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Thread: Criminal Law case

  1. #10

    Default Re: Criminal Law case

    You are correct intent is difficult to prove if I am invited, but that does not detract from whether or not technically a burglary is committed. Here's an example.

    Based on your position that permission is an element, then a person who enters a mall during open business hours with the intent to shoplift can not commit burglary. In California (and I suspect many other states, but I do not have independent knowlege of it) the person can. Here's how you prove intent. Some shoplifters carry devices such as store bags folded up in their pockets to place merchandise into and leave giving the appearance they paid for it; another device is a wrapped box that appears to have been wrapped by a department store, but this box is empty and contains a trap door activated by spring. The suspect then walks around the store gather up merchandise and slipping inside the box through the spring rigged door. Does this make better sense?

  2. #11

    Default Re: Criminal Law case

    Generally speaking a history of theft does not really satisfy an element. But in California a prior theft can satisfy another statute that carries an enhancement..."petty theft with a prior". It get a bit technical though and probably not of interest to this thread.

  3. #12

    Default Re: Criminal Law case

    I suppose the most value message here is if you are studying criminal law then beware of generalizations. Each state determines the law of their land in so long as it does not contradict the U.S. Constitution. So burglary, tresspass, theft, rape, murder, and other state laws can and do differ between each state. Generally your info on burglary is correct, but the "permission" issue can make or break the crime depending upon the state's individual code.

  4. #13
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    Default Re: Criminal Law case

    Shoplifting and burglary are two different crimes.

    Burglary is specifically a crime of entering the premises illegally. Most common way is through entering the place when its closed (Actual burglary) or by fraud (Saying you are doing an inspection when you are not an inspector). The latter is a constructive burglary.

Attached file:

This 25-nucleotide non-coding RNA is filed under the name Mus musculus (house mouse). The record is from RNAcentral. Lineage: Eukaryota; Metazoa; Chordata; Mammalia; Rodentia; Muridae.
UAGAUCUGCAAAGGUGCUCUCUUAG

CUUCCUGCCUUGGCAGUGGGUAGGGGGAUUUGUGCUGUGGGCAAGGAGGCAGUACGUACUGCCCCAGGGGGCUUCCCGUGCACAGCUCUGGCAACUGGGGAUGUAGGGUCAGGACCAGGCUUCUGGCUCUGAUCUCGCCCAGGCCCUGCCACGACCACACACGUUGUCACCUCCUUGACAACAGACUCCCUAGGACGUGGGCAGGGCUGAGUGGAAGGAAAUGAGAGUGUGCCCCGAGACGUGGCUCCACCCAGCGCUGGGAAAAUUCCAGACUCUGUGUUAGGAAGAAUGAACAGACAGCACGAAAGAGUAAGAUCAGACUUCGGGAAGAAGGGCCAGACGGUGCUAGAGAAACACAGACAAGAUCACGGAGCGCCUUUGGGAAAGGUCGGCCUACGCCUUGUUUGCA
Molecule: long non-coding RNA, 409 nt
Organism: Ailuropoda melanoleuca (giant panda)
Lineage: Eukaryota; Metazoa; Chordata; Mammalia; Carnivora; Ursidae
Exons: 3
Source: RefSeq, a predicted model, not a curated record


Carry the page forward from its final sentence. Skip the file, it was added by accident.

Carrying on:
In most states in the United States, shoplifting is a misdemeanor crime of petty larceny when specifically committed against a retail establishment by a patron. Some states do not distinguish between shoplifting and other forms of petty larceny, although a judge may consider the context of any crime in sentencing.

    In some jurisdictions within the United States, certain egregious instances of shoplifting involving large dollar amounts of merchandise and/or a high degree of criminal sophistication may be prosecuted and punished as burglary or otherwise as a felony.

    http://en.wikipedia.org/wiki/Shoplifting

  5. #14

    Default Re: Criminal Law case

    Big, what is clear to me is that you are stubbornly attached to generalizing laws and applying their standards across all states; that is an enormous mistake. What I have tried to explain to you is 100% on the mark for California law, and I feel very qualifed to explain California law to you. I won't tell you what the elements are for New York, Nevada, or any other state however.

    If you can take anything away from this conversation remember you may be correct in one specific jurisdiction, but you can not apply it to any OTHER jurisdiction because you will stand a very high probability of being foolishly wrong. And you are incorrect as we discuss this according to California law.

    Come to California and enter an open business and take some property, and then if caught openly admit to the police officer you came to the business and entered it with the specific intent to take the property and I will bet dollars to doughnuts you will be booked for 459 PC - Burglary. Without a history of theft and the dollar amount being too high, the DA will probably offer you a petty theft (488 PC or 490.5 PC) but you could be charged for 459 PC as well. Believe what you will, but I have accurately explained this. Now the question is if I was able to do it adequately so you understand.

    When it comes to criminal statutes wikipaedia is no source whatsoever.
    Last edited by pm01; 06-03-2007 at 09:35 AM.

  6. #15
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    Default Re: Criminal Law case

    pm1,

    I get your point. I conceded I don't know specifics about California law.

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